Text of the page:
Maxim Lebedev is a Professor at Curtin University, Australia. Maxim was awarded BS, MS and PhD degrees from the Moscow Institute (State University) of Physics and Technology in Russia. He has over 30 years of research experience in physics, material science and rock physics working at leading research organizations in Russia, Japan, New Zealand, and Australia. For more than eight years Maxim was actively involved in the pioneering research on the Aerosol Deposition method at the National Institute of Advanced Industrial Science and Technology, Japan, in which he developed a unique way to deposit ceramics at room temperature. He joined Curtin University in 2007 and became the head of the experimental rock physics program. Using innovative methods, Maxim has built from scratch a rock physics laboratory, which became the world-leading rock physics laboratory. He has published more than 150 peer-reviewed papers and is the inventor of 11 international patents. His current research is focused on the properties of subsurface reservoir rocks and minerals, including elastic and unelastic properties of rocks at teleseismic, seismic and ultrasonic frequencies; digital rock physic; mechanical properties of rocks at microlevel (nanoindentation); direct observation of multiphase fluid distribution inside rocks at reservoir conditions (microCT).
2023 SEG Honorary Lecturer, Pacific South
Digital rock under stress
Modelling physical properties of rocks based on microstructure derived from X-ray microtomographic images (known as digital rock physics) is an important technology in geophysical rock characterization. However, these images are most commonly obtained at room pressure and temperature conditions. Consequently, most digital rock physics models are not representative of the rocks at depth.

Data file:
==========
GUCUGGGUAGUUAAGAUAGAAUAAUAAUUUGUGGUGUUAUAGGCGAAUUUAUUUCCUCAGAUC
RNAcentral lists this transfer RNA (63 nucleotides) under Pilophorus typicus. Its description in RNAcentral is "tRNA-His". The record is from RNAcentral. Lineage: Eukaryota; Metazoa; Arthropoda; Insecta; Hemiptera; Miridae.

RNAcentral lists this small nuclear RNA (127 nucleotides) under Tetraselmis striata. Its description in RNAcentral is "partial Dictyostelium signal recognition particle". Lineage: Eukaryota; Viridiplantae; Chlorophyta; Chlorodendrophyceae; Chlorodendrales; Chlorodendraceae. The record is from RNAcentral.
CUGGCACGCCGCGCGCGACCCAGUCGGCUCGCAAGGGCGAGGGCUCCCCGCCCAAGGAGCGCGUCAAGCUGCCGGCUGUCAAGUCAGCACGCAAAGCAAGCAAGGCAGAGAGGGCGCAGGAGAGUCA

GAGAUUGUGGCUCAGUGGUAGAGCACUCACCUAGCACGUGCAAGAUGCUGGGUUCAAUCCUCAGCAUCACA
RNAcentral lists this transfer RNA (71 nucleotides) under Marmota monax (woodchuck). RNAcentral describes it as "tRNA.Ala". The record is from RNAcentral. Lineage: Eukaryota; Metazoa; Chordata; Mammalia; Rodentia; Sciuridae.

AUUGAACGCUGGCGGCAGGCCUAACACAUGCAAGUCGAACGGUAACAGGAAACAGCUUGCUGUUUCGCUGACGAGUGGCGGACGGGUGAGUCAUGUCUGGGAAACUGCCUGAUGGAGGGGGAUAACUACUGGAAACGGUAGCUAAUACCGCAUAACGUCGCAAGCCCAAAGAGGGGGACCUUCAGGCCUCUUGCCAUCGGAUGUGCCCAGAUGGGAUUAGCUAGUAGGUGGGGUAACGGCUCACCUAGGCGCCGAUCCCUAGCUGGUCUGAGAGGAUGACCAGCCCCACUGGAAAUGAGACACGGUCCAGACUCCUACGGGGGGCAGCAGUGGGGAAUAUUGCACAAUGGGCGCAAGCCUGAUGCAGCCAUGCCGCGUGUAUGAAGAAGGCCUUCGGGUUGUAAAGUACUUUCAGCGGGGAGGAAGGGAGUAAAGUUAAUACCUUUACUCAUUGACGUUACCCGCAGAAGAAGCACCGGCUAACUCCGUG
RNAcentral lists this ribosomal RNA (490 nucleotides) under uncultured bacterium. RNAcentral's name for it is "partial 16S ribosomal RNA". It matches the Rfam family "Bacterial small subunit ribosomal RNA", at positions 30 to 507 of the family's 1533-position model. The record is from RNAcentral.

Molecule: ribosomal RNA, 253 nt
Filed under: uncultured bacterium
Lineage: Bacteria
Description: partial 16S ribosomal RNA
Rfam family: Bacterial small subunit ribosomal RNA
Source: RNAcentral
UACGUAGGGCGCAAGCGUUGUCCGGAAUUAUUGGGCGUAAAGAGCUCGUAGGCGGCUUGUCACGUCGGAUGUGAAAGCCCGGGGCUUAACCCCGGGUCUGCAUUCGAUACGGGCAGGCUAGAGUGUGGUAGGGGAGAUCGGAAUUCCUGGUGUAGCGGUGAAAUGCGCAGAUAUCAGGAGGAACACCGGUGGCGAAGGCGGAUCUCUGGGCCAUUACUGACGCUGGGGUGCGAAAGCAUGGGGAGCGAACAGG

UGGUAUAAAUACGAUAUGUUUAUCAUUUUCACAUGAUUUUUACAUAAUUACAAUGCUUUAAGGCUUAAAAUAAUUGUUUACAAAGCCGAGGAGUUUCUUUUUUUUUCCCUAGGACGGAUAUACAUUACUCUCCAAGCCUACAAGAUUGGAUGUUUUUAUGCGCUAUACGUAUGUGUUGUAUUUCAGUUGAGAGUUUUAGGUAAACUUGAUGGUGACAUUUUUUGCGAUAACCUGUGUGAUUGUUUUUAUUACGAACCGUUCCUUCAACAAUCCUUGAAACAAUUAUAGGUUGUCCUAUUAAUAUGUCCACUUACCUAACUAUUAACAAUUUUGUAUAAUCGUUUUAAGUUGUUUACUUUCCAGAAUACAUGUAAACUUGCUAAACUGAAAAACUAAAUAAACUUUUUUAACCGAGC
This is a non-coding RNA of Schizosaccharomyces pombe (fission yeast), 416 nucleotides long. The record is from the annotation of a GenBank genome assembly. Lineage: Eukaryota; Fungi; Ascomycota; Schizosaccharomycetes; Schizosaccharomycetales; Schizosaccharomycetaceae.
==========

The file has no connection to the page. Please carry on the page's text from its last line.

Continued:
Reservoir rocks are at such depth that they experience high stresses and temperatures. The thermodynamic properties of the fluids inside the reservoir are pressure and temperature dependent, therefore transport properties are also temperature and pressure dependent. Moreover, it is well established that elastic rock properties of rocks are strongly affected by stress and/or fluid distribution. Thus, in order to acquire realistic pore network structures and fluid distributions (including, but not limited to, residual saturation) and to reliably estimate transport and elastic properties from micro images, rocks with fluids inside have to be imaged at reservoir pressure and temperature conditions.
In this lecture, we will discuss the ways how to obtain 3D images under elevated temperature and stress conditions, as well the challenges with the imaging and further image processing. Finally, we will provide some results to demonstrate how microstructure of the rocks can be linked to transport and elastic properties of rocks measured on bigger samples.
A recording of the lecture is available.